Hers was not the only e-mail. Steven McManus, who says he is a barrister and a former special constable, was in Threadneedle Street on Wednesday. “At around 6pm I was outside the Royal Exchange chatting with some officers. I was between the officers and the protesers. The atmosphere was calm and non-confrontational. I shared a few jokes with one officer and was just generally chatting.

“A short while later the line began to move forward. The officers began to shout that we should all move back. I turned towards the crowd and began to move off in that direction. As I was walking away I was struck from behind by a baton and pushed forward towards the steps of Bank Underground.

“I was more than a little shocked at having been hit. The officer who had struck me was one I had been chatting to moments earlier, who knew about my City Police connection, and to whom I had my back turned. I remonstrated with the officer as to why he had hit me – his reply being: “F*** off, move back”. He said he could not help but be reminded of the manner of the attack on Tomlinson.

Elsewhere in the city, other groups were reporting similar incidents. Richard Howlett was at Climate Camp, a separate demonstration in Bishopsgate that – after 12 hours of non-violent protest – was cleared by riot police in the early hours of Thursday, April 2. “They moved in and blocked us in from both ends. Utterly unprovoked, the police then pushed forward in full riot gear using their truncheons and shields to beat people indiscriminately. Friends of mine were beaten and there were several injuries,” he said.

“Climate Camp responded in a totally peaceful manner. We sat down and chanted, ‘This is a peaceful protest, this is not a riot’. It was incredibly saddening to see the police resort to totally disproportionate tactics in dealing with totally peaceful protesters.”

Any inquiry into policing at the G20 protests must look beyond the circumstances surrounding Mr Tomlinson’s death. Because if the rest of the operation – both the tactics employed and the officers deployed – is ignored, then there is a good chance an individual tragedy will have been compounded by a wider travesty.

Police Attacking Liberty?

Every day there is more revealed about the totalitarian behavior of our police force with regard to protestors, in particularly the April 1st G20 demonstrations. Those who have followed my blogging will know of my passion for civil liberties. For a long time I feel those of us trying to voice our opinions on this have been cast as loony liberals, scaremongers, and such like. I am now sensing a stir in public opinion, a realization that if you are innocent you should still watch your back.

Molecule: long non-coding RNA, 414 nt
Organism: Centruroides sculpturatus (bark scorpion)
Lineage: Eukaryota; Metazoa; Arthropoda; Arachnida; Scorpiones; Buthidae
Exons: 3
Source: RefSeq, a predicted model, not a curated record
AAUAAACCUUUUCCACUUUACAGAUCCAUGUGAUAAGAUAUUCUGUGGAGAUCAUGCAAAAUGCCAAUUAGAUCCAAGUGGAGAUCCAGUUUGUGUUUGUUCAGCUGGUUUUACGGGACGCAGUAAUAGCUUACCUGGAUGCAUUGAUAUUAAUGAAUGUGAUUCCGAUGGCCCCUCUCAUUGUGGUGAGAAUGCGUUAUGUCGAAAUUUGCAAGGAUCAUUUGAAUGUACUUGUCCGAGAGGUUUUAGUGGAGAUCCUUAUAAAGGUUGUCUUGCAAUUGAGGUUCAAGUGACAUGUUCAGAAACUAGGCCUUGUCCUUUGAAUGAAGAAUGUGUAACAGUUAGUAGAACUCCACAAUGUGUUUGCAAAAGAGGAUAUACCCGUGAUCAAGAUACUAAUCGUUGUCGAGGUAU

Later on I will post articles and comments I have read today, but I will leave you with a link to David Aaronovitches comment in The Times today “Police attitudes to protesters must change”. 

Please leave your comments and thoughts.

Photography Law – epetition response #1

With reference to my last post about the banning of photography, here was the Government’s response to an e-petition from 2008, asking the Prime Minister to clarify the laws surrounding photography in public places.

Read the Government’s response

Thank you for your e-petition asking for clarification of the law on photography in public places.

There are no legal restrictions on photography in public places. However, the law applies to photographers as it does to anybody else in a public place. So there may be situations in which the taking of photographs may cause or lead to public order situations, inflame an already tense situation, or raise security considerations. Additionally, the police may require a person to move on in order to prevent a breach of the peace, to avoid a public order situation, or for the person’s own safety or welfare, or for the safety and welfare of others.

Each situation will be different and it would be an operational matter for the police officer concerned as to what action if any should be taken in respect of those taking photographs. Anybody with a concern about a specific incident should raise the matter with the Chief Constable of the relevant force.

What do YOU think?!

Photography Ban in the UK

From this week, any unauthorised photograph, even inadvertent, of a policeman could land you in jail for up to ten years.

Ten years!

And it’s not just the police. Under Section 76 of the 2008 Counter-Terrorism Act, any picture “likely to be useful to a person committing or preparing an act of terrorism” is prohibited. That means almost anything: railways, public buildings, government offices, monuments, parades, communications centres. Every officious jobsworth now has a right to stop you, tear out the film or delete the images and issue charges if you cannot convince the police that you are a train spotter or innocent amateur photographer.

Photographers are reporting regular harassment, by angry members of the public as well as police. And the new law is sure to be used by those who don’t want embarrassment or publicity to prevent pictures of scuffles, demonstrations or accidents.

“It is because of terrorism”, you see.

But wouldn’t zealots ready to plant bombs take pictures with phones or concealed cameras?

And how will a ban stop them from downloading detailed satellite pictures freely available on websites?

What an irony: a nation more photographed in secret by surveillance cameras than any on Earth now wants to stop people taking unauthorised pictures.

There is a petition against this on the Government’s E-petition website. The link, however, seems to be deliberately spelt wrong:

Send that link to everyone you know. Remeber, just because you have nothing to hide does not mean you have nothing to fear.